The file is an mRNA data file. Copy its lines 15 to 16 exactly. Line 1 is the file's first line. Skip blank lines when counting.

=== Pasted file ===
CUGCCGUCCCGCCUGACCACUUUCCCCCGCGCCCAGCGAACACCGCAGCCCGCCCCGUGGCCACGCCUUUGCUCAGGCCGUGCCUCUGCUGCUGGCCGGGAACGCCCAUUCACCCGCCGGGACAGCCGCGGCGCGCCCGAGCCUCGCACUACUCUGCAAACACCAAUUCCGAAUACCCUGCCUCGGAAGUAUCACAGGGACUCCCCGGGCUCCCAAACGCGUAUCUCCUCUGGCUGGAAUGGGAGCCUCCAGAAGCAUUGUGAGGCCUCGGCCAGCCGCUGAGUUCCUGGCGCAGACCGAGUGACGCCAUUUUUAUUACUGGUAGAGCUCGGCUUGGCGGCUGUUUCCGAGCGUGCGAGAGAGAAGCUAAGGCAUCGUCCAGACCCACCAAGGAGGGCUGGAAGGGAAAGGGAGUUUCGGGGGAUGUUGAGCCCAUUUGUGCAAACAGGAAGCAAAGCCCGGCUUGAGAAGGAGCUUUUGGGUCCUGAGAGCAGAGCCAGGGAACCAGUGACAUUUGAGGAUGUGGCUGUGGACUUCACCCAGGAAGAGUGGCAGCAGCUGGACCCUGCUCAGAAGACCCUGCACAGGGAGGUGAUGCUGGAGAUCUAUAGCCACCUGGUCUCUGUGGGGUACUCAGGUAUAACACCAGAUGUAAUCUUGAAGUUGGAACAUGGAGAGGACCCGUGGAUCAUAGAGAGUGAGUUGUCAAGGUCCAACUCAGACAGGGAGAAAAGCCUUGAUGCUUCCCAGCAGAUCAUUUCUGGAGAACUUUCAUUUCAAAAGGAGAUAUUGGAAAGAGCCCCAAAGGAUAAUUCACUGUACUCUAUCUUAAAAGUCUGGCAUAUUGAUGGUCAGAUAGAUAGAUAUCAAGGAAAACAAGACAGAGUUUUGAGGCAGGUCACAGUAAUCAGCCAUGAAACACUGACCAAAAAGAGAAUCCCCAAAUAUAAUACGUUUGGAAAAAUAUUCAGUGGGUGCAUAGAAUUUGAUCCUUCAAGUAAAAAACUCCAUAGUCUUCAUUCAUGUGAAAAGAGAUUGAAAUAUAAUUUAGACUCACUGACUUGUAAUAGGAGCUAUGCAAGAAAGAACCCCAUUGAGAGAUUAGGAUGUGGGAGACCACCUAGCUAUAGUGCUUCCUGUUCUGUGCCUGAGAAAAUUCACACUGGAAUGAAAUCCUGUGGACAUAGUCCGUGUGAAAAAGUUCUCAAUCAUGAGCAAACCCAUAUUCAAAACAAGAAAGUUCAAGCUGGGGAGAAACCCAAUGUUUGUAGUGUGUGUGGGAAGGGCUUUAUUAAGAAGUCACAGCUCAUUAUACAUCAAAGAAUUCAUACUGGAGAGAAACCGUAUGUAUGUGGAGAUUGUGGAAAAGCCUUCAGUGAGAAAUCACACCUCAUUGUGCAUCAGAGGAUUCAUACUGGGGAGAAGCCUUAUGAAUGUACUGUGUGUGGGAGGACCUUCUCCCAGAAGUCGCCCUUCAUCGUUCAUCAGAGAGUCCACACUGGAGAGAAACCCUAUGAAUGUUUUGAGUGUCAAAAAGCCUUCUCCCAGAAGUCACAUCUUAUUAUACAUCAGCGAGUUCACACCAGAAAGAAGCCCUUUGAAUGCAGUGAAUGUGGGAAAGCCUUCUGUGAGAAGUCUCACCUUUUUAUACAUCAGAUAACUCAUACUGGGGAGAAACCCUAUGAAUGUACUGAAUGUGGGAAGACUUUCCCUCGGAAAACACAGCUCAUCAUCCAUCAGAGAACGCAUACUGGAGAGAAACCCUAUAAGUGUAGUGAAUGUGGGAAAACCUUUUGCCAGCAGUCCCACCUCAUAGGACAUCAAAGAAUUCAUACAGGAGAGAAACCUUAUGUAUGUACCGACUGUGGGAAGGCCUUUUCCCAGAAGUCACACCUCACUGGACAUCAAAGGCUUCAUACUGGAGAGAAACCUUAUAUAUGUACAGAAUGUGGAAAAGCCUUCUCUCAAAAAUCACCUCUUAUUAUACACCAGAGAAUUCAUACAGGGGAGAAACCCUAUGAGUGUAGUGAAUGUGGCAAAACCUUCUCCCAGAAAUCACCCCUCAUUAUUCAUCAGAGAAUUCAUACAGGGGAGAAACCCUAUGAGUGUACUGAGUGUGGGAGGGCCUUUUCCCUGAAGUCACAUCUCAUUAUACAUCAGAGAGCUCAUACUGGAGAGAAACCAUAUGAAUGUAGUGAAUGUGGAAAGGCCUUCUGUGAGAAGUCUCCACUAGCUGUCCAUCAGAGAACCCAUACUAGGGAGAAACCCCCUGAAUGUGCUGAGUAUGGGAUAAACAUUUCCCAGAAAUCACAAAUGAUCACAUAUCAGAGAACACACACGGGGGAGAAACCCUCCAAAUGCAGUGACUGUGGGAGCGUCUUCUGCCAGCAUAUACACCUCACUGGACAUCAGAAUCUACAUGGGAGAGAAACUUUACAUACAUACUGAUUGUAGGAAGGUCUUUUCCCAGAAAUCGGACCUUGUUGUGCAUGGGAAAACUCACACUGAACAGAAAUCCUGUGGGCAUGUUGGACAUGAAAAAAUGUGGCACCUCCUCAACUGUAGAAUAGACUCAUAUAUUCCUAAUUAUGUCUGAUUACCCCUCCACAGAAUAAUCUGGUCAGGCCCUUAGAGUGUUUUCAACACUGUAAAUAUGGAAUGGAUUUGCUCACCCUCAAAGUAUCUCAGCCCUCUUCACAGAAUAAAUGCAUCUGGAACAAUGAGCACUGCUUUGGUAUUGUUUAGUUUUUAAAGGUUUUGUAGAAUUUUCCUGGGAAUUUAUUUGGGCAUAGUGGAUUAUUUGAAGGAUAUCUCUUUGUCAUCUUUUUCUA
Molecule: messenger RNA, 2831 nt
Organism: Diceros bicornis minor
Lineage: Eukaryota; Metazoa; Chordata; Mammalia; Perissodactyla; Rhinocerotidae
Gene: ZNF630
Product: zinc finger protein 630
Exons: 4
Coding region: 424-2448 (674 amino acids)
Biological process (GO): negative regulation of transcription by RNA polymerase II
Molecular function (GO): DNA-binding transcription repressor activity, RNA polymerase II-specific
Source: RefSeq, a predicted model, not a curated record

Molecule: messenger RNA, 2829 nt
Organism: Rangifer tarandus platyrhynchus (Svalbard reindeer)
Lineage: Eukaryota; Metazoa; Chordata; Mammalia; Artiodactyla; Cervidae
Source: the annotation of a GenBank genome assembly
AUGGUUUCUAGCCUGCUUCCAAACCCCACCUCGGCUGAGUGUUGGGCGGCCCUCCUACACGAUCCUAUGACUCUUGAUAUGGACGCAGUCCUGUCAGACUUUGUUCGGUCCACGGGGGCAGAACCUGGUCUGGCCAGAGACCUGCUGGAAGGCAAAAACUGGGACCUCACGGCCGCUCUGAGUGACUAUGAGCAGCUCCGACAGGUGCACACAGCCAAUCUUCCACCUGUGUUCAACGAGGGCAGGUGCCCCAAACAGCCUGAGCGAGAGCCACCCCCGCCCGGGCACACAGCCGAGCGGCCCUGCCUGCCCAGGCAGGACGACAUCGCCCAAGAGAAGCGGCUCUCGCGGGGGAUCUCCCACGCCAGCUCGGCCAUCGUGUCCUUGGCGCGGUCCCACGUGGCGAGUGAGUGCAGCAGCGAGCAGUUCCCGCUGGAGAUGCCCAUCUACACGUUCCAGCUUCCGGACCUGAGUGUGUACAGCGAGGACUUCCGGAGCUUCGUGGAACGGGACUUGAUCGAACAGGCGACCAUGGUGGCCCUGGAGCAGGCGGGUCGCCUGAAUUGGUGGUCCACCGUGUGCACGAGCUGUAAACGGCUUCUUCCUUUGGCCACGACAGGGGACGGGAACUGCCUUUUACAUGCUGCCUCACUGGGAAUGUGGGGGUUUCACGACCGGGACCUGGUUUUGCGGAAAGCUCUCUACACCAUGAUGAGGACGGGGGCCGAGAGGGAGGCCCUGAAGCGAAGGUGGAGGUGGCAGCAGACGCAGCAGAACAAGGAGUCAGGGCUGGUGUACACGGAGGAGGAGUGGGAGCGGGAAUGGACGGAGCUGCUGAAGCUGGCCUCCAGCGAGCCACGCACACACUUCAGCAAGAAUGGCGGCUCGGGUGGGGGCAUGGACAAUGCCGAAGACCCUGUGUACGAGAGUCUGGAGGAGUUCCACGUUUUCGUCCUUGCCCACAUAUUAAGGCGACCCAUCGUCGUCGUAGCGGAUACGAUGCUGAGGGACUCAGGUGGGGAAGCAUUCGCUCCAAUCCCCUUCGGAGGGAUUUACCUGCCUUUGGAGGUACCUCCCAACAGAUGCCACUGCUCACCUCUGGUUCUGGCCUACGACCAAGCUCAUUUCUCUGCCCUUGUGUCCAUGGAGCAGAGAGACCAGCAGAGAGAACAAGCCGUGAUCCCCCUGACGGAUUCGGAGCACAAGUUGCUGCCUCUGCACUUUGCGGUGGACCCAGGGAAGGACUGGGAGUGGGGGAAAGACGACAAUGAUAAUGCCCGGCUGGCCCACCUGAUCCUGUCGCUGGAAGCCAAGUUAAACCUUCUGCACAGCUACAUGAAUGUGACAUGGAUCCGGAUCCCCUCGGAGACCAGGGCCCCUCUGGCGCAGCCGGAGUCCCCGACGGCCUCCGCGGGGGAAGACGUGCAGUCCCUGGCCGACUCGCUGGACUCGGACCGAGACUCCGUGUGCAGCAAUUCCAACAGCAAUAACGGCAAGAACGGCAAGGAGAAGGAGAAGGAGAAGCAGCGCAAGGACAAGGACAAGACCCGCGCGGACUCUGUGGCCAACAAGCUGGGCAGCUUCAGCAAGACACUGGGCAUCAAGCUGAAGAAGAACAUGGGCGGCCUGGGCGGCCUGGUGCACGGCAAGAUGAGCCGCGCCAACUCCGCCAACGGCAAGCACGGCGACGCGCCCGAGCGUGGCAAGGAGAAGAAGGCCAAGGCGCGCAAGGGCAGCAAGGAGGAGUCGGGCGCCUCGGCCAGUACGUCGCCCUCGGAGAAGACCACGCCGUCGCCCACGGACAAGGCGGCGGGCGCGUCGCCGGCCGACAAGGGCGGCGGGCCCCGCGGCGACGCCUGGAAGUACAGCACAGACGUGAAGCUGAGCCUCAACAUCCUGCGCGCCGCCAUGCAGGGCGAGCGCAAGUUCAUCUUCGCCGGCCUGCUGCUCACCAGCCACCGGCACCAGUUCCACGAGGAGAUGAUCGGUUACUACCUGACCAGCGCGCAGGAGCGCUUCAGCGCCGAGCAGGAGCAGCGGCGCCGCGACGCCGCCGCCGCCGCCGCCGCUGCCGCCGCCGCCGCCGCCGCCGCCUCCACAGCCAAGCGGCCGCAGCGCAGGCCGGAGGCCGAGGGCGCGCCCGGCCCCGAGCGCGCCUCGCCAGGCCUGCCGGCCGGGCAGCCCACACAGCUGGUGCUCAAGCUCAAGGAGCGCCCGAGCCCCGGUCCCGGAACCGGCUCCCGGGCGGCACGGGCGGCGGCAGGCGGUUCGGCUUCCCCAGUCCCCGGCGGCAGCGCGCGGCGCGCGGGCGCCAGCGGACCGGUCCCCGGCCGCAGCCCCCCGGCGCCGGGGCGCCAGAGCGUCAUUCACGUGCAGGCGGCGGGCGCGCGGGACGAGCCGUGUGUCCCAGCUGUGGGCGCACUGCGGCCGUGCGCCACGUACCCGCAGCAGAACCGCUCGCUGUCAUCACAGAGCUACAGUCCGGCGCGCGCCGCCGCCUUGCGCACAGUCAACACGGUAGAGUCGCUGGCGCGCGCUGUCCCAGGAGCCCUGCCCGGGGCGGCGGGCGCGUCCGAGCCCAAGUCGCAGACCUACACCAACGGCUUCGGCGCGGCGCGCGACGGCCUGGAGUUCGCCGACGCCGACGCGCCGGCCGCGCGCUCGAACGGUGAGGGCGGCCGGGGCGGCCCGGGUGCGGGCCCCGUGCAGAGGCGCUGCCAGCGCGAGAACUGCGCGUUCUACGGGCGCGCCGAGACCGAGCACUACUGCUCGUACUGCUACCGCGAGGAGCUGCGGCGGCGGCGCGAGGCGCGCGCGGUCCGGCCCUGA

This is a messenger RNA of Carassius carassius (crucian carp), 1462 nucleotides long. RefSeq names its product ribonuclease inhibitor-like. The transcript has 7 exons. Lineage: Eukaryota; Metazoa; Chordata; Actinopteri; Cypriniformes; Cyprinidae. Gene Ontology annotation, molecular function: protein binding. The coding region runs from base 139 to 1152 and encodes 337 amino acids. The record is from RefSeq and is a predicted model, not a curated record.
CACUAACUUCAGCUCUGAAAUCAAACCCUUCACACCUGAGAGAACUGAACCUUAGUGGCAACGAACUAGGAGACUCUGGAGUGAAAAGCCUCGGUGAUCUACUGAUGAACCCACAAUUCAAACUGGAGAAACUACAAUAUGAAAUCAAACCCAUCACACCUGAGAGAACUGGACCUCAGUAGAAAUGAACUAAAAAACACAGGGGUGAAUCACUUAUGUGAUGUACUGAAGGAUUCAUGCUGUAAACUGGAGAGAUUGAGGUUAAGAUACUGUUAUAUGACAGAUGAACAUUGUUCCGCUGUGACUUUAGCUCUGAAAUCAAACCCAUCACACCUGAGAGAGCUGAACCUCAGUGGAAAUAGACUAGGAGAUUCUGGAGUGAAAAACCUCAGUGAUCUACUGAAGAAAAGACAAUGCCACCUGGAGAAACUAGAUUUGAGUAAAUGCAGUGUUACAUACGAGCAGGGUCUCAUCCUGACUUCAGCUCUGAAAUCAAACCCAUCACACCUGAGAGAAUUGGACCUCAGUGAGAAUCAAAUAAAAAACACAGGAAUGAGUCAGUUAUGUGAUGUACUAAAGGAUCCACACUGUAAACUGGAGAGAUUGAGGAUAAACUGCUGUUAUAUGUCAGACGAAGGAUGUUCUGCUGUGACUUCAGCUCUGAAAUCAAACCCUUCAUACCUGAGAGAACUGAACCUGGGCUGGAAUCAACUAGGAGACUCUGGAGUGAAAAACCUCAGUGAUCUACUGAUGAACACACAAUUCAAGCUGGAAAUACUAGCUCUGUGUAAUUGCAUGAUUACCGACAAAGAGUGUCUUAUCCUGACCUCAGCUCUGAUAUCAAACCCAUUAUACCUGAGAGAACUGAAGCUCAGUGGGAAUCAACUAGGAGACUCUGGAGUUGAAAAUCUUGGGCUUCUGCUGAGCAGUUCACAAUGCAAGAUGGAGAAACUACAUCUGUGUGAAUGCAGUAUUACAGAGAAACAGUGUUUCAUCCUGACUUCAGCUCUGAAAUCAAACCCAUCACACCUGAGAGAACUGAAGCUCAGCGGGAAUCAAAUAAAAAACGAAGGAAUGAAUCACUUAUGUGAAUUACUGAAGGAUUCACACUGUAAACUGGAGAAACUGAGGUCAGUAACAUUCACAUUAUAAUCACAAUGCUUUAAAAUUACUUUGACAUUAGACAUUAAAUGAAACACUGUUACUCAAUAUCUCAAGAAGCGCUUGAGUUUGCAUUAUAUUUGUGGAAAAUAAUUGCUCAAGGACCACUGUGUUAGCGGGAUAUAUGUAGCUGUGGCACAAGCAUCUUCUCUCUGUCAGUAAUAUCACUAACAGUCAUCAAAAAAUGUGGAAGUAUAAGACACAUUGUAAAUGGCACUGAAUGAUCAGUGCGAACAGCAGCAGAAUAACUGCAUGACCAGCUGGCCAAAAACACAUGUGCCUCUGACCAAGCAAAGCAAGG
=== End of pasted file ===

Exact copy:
Source: the annotation of a GenBank genome assembly
AUGGUUUCUAGCCUGCUUCCAAACCCCACCUCGGCUGAGUGUUGGGCGGCCCUCCUACACGAUCCUAUGACUCUUGAUAUGGACGCAGUCCUGUCAGACUUUGUUCGGUCCACGGGGGCAGAACCUGGUCUGGCCAGAGACCUGCUGGAAGGCAAAAACUGGGACCUCACGGCCGCUCUGAGUGACUAUGAGCAGCUCCGACAGGUGCACACAGCCAAUCUUCCACCUGUGUUCAACGAGGGCAGGUGCCCCAAACAGCCUGAGCGAGAGCCACCCCCGCCCGGGCACACAGCCGAGCGGCCCUGCCUGCCCAGGCAGGACGACAUCGCCCAAGAGAAGCGGCUCUCGCGGGGGAUCUCCCACGCCAGCUCGGCCAUCGUGUCCUUGGCGCGGUCCCACGUGGCGAGUGAGUGCAGCAGCGAGCAGUUCCCGCUGGAGAUGCCCAUCUACACGUUCCAGCUUCCGGACCUGAGUGUGUACAGCGAGGACUUCCGGAGCUUCGUGGAACGGGACUUGAUCGAACAGGCGACCAUGGUGGCCCUGGAGCAGGCGGGUCGCCUGAAUUGGUGGUCCACCGUGUGCACGAGCUGUAAACGGCUUCUUCCUUUGGCCACGACAGGGGACGGGAACUGCCUUUUACAUGCUGCCUCACUGGGAAUGUGGGGGUUUCACGACCGGGACCUGGUUUUGCGGAAAGCUCUCUACACCAUGAUGAGGACGGGGGCCGAGAGGGAGGCCCUGAAGCGAAGGUGGAGGUGGCAGCAGACGCAGCAGAACAAGGAGUCAGGGCUGGUGUACACGGAGGAGGAGUGGGAGCGGGAAUGGACGGAGCUGCUGAAGCUGGCCUCCAGCGAGCCACGCACACACUUCAGCAAGAAUGGCGGCUCGGGUGGGGGCAUGGACAAUGCCGAAGACCCUGUGUACGAGAGUCUGGAGGAGUUCCACGUUUUCGUCCUUGCCCACAUAUUAAGGCGACCCAUCGUCGUCGUAGCGGAUACGAUGCUGAGGGACUCAGGUGGGGAAGCAUUCGCUCCAAUCCCCUUCGGAGGGAUUUACCUGCCUUUGGAGGUACCUCCCAACAGAUGCCACUGCUCACCUCUGGUUCUGGCCUACGACCAAGCUCAUUUCUCUGCCCUUGUGUCCAUGGAGCAGAGAGACCAGCAGAGAGAACAAGCCGUGAUCCCCCUGACGGAUUCGGAGCACAAGUUGCUGCCUCUGCACUUUGCGGUGGACCCAGGGAAGGACUGGGAGUGGGGGAAAGACGACAAUGAUAAUGCCCGGCUGGCCCACCUGAUCCUGUCGCUGGAAGCCAAGUUAAACCUUCUGCACAGCUACAUGAAUGUGACAUGGAUCCGGAUCCCCUCGGAGACCAGGGCCCCUCUGGCGCAGCCGGAGUCCCCGACGGCCUCCGCGGGGGAAGACGUGCAGUCCCUGGCCGACUCGCUGGACUCGGACCGAGACUCCGUGUGCAGCAAUUCCAACAGCAAUAACGGCAAGAACGGCAAGGAGAAGGAGAAGGAGAAGCAGCGCAAGGACAAGGACAAGACCCGCGCGGACUCUGUGGCCAACAAGCUGGGCAGCUUCAGCAAGACACUGGGCAUCAAGCUGAAGAAGAACAUGGGCGGCCUGGGCGGCCUGGUGCACGGCAAGAUGAGCCGCGCCAACUCCGCCAACGGCAAGCACGGCGACGCGCCCGAGCGUGGCAAGGAGAAGAAGGCCAAGGCGCGCAAGGGCAGCAAGGAGGAGUCGGGCGCCUCGGCCAGUACGUCGCCCUCGGAGAAGACCACGCCGUCGCCCACGGACAAGGCGGCGGGCGCGUCGCCGGCCGACAAGGGCGGCGGGCCCCGCGGCGACGCCUGGAAGUACAGCACAGACGUGAAGCUGAGCCUCAACAUCCUGCGCGCCGCCAUGCAGGGCGAGCGCAAGUUCAUCUUCGCCGGCCUGCUGCUCACCAGCCACCGGCACCAGUUCCACGAGGAGAUGAUCGGUUACUACCUGACCAGCGCGCAGGAGCGCUUCAGCGCCGAGCAGGAGCAGCGGCGCCGCGACGCCGCCGCCGCCGCCGCCGCUGCCGCCGCCGCCGCCGCCGCCGCCUCCACAGCCAAGCGGCCGCAGCGCAGGCCGGAGGCCGAGGGCGCGCCCGGCCCCGAGCGCGCCUCGCCAGGCCUGCCGGCCGGGCAGCCCACACAGCUGGUGCUCAAGCUCAAGGAGCGCCCGAGCCCCGGUCCCGGAACCGGCUCCCGGGCGGCACGGGCGGCGGCAGGCGGUUCGGCUUCCCCAGUCCCCGGCGGCAGCGCGCGGCGCGCGGGCGCCAGCGGACCGGUCCCCGGCCGCAGCCCCCCGGCGCCGGGGCGCCAGAGCGUCAUUCACGUGCAGGCGGCGGGCGCGCGGGACGAGCCGUGUGUCCCAGCUGUGGGCGCACUGCGGCCGUGCGCCACGUACCCGCAGCAGAACCGCUCGCUGUCAUCACAGAGCUACAGUCCGGCGCGCGCCGCCGCCUUGCGCACAGUCAACACGGUAGAGUCGCUGGCGCGCGCUGUCCCAGGAGCCCUGCCCGGGGCGGCGGGCGCGUCCGAGCCCAAGUCGCAGACCUACACCAACGGCUUCGGCGCGGCGCGCGACGGCCUGGAGUUCGCCGACGCCGACGCGCCGGCCGCGCGCUCGAACGGUGAGGGCGGCCGGGGCGGCCCGGGUGCGGGCCCCGUGCAGAGGCGCUGCCAGCGCGAGAACUGCGCGUUCUACGGGCGCGCCGAGACCGAGCACUACUGCUCGUACUGCUACCGCGAGGAGCUGCGGCGGCGGCGCGAGGCGCGCGCGGUCCGGCCCUGA